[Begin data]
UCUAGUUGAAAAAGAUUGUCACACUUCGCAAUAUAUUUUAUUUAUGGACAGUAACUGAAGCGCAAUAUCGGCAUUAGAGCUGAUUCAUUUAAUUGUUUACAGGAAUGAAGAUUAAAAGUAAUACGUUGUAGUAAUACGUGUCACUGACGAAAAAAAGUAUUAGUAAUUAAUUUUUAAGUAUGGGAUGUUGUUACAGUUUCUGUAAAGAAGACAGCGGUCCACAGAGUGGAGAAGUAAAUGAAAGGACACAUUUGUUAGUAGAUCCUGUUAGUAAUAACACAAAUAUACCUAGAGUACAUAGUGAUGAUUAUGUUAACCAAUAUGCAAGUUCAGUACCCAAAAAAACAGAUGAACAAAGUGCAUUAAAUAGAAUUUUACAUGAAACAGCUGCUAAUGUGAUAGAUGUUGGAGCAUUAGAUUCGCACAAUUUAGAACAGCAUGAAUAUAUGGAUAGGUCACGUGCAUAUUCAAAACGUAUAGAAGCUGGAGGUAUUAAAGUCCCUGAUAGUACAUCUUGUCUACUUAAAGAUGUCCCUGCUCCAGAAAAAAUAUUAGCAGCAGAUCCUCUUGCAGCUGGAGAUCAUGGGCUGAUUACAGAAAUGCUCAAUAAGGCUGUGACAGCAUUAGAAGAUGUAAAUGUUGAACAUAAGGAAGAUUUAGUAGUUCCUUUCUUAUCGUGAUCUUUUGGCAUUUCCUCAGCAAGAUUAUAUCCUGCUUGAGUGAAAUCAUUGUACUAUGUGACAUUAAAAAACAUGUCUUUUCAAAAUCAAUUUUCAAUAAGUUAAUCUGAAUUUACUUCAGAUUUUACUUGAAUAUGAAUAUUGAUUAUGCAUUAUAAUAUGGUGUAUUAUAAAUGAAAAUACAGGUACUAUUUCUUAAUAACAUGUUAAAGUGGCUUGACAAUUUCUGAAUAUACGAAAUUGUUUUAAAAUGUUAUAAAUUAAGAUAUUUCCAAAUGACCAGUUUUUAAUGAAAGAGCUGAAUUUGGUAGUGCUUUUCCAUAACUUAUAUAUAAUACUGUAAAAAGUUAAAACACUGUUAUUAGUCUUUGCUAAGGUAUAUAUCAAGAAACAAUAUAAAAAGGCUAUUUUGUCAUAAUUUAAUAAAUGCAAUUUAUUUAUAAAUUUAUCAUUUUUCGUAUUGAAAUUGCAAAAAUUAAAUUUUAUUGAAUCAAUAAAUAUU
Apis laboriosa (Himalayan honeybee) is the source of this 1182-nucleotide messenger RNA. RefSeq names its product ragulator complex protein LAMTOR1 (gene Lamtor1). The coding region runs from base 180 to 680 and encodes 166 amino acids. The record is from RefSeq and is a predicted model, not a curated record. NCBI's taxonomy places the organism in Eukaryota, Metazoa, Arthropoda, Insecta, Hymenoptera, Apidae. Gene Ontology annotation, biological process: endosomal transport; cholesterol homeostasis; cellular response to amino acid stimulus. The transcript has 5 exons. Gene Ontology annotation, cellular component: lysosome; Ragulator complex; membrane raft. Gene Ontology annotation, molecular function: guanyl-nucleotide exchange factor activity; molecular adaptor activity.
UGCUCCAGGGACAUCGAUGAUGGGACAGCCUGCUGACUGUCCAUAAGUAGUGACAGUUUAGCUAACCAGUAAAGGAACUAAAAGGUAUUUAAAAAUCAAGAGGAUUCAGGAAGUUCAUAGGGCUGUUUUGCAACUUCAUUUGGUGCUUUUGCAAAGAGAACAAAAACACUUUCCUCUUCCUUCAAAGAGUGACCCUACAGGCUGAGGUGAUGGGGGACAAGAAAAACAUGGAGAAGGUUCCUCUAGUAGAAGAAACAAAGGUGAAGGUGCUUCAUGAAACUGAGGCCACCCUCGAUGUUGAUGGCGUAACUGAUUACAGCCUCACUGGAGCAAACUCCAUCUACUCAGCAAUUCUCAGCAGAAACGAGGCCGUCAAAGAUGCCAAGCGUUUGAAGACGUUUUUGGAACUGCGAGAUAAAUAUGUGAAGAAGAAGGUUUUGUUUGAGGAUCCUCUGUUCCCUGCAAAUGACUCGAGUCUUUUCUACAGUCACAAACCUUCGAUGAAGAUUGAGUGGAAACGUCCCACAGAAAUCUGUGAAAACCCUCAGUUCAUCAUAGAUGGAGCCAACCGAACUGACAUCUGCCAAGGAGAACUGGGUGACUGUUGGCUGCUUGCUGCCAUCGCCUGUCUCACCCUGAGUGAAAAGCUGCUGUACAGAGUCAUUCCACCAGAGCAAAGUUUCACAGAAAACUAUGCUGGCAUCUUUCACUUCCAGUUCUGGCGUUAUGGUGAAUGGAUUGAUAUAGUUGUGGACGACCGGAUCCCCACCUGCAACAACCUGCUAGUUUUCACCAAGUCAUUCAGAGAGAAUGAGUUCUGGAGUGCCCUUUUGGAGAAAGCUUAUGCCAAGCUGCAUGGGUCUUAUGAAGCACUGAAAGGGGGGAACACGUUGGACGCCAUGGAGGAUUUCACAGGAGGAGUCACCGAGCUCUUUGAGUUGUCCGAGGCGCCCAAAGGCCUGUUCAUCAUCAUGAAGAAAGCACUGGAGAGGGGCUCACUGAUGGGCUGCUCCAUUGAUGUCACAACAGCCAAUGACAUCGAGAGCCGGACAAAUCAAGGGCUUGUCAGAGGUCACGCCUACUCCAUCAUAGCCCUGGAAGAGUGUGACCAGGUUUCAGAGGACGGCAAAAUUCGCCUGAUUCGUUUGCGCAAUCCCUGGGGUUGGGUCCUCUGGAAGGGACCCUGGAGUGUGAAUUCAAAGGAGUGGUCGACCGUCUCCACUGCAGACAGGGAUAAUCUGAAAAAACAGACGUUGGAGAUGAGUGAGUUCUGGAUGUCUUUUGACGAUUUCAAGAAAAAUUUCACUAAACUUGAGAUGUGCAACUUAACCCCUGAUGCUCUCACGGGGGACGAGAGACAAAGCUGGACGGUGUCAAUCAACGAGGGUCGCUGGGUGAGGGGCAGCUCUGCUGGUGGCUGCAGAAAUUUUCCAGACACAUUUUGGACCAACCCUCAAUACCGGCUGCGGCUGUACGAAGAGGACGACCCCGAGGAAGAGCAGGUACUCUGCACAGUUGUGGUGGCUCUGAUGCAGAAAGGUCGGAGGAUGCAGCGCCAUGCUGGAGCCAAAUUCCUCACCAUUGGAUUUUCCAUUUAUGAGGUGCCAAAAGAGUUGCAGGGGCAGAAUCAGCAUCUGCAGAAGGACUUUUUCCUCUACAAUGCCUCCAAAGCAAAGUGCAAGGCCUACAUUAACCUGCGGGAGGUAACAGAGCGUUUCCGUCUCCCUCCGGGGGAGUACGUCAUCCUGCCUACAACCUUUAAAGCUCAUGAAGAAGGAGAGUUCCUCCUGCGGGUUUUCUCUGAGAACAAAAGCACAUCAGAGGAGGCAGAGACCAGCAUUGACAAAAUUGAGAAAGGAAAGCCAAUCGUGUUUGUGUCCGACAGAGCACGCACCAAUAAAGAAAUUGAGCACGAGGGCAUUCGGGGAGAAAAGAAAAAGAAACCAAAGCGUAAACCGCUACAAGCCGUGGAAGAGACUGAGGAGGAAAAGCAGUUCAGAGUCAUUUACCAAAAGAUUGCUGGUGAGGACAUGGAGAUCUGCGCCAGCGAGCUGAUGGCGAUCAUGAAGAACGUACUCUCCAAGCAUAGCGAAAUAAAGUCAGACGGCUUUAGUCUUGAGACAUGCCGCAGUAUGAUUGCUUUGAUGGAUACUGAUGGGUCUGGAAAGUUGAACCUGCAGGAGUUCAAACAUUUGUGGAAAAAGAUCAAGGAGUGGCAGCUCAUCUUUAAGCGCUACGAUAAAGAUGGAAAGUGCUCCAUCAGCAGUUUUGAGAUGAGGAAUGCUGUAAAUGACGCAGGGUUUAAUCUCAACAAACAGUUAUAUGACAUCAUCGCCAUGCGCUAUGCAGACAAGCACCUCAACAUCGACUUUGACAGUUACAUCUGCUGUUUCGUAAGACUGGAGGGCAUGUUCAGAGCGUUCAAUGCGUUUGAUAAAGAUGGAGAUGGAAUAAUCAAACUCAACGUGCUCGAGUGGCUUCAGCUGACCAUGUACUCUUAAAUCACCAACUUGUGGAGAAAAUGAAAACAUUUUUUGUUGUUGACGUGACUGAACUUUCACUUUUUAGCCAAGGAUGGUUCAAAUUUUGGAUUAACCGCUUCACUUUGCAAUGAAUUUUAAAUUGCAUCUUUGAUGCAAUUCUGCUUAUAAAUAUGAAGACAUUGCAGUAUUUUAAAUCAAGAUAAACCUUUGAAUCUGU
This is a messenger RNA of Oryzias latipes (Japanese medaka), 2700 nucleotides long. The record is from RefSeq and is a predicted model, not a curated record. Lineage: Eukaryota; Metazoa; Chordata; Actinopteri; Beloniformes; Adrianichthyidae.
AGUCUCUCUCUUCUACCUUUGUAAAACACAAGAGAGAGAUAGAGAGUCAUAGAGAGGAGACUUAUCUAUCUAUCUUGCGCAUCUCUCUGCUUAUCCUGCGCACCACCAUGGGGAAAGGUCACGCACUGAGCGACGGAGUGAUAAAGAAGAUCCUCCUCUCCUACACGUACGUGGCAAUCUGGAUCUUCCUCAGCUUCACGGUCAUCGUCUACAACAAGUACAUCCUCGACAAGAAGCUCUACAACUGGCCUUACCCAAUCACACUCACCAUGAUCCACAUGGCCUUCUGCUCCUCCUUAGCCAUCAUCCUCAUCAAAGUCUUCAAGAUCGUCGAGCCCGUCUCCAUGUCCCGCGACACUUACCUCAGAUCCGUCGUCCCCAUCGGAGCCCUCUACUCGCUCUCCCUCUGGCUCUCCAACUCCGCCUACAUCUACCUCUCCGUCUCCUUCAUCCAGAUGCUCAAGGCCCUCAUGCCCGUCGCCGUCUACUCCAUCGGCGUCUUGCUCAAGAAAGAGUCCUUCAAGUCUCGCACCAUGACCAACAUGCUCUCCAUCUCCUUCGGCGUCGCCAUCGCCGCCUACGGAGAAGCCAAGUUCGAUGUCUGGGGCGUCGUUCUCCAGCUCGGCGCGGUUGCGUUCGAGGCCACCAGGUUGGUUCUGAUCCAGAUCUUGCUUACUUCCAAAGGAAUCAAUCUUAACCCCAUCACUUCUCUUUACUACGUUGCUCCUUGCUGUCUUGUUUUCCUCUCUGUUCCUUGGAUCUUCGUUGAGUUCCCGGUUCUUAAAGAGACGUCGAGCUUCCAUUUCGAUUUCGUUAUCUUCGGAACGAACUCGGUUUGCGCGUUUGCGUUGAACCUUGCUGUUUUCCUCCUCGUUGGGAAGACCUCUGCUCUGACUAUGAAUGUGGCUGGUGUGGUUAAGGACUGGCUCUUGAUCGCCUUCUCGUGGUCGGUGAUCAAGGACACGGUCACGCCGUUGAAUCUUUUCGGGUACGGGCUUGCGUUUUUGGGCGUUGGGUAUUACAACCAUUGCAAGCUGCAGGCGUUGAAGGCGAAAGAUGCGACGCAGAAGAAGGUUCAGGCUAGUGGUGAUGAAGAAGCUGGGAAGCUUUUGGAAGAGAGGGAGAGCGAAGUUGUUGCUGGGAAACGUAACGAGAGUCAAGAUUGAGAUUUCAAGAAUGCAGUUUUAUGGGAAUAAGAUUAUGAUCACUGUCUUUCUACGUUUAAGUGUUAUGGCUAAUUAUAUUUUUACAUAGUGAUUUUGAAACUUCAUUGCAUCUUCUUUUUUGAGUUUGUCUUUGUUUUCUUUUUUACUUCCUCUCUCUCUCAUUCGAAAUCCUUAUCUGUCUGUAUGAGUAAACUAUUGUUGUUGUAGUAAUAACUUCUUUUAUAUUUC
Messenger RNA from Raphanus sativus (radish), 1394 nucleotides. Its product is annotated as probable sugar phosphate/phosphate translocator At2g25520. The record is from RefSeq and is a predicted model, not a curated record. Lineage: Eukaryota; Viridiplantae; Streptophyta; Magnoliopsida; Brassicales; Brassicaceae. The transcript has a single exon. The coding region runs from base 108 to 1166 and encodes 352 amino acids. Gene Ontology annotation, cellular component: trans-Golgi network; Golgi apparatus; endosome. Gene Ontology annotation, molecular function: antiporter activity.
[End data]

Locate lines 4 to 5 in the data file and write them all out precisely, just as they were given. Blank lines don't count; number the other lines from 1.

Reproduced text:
This is a messenger RNA of Oryzias latipes (Japanese medaka), 2700 nucleotides long. The record is from RefSeq and is a predicted model, not a curated record. Lineage: Eukaryota; Metazoa; Chordata; Actinopteri; Beloniformes; Adrianichthyidae.
AGUCUCUCUCUUCUACCUUUGUAAAACACAAGAGAGAGAUAGAGAGUCAUAGAGAGGAGACUUAUCUAUCUAUCUUGCGCAUCUCUCUGCUUAUCCUGCGCACCACCAUGGGGAAAGGUCACGCACUGAGCGACGGAGUGAUAAAGAAGAUCCUCCUCUCCUACACGUACGUGGCAAUCUGGAUCUUCCUCAGCUUCACGGUCAUCGUCUACAACAAGUACAUCCUCGACAAGAAGCUCUACAACUGGCCUUACCCAAUCACACUCACCAUGAUCCACAUGGCCUUCUGCUCCUCCUUAGCCAUCAUCCUCAUCAAAGUCUUCAAGAUCGUCGAGCCCGUCUCCAUGUCCCGCGACACUUACCUCAGAUCCGUCGUCCCCAUCGGAGCCCUCUACUCGCUCUCCCUCUGGCUCUCCAACUCCGCCUACAUCUACCUCUCCGUCUCCUUCAUCCAGAUGCUCAAGGCCCUCAUGCCCGUCGCCGUCUACUCCAUCGGCGUCUUGCUCAAGAAAGAGUCCUUCAAGUCUCGCACCAUGACCAACAUGCUCUCCAUCUCCUUCGGCGUCGCCAUCGCCGCCUACGGAGAAGCCAAGUUCGAUGUCUGGGGCGUCGUUCUCCAGCUCGGCGCGGUUGCGUUCGAGGCCACCAGGUUGGUUCUGAUCCAGAUCUUGCUUACUUCCAAAGGAAUCAAUCUUAACCCCAUCACUUCUCUUUACUACGUUGCUCCUUGCUGUCUUGUUUUCCUCUCUGUUCCUUGGAUCUUCGUUGAGUUCCCGGUUCUUAAAGAGACGUCGAGCUUCCAUUUCGAUUUCGUUAUCUUCGGAACGAACUCGGUUUGCGCGUUUGCGUUGAACCUUGCUGUUUUCCUCCUCGUUGGGAAGACCUCUGCUCUGACUAUGAAUGUGGCUGGUGUGGUUAAGGACUGGCUCUUGAUCGCCUUCUCGUGGUCGGUGAUCAAGGACACGGUCACGCCGUUGAAUCUUUUCGGGUACGGGCUUGCGUUUUUGGGCGUUGGGUAUUACAACCAUUGCAAGCUGCAGGCGUUGAAGGCGAAAGAUGCGACGCAGAAGAAGGUUCAGGCUAGUGGUGAUGAAGAAGCUGGGAAGCUUUUGGAAGAGAGGGAGAGCGAAGUUGUUGCUGGGAAACGUAACGAGAGUCAAGAUUGAGAUUUCAAGAAUGCAGUUUUAUGGGAAUAAGAUUAUGAUCACUGUCUUUCUACGUUUAAGUGUUAUGGCUAAUUAUAUUUUUACAUAGUGAUUUUGAAACUUCAUUGCAUCUUCUUUUUUGAGUUUGUCUUUGUUUUCUUUUUUACUUCCUCUCUCUCUCAUUCGAAAUCCUUAUCUGUCUGUAUGAGUAAACUAUUGUUGUUGUAGUAAUAACUUCUUUUAUAUUUC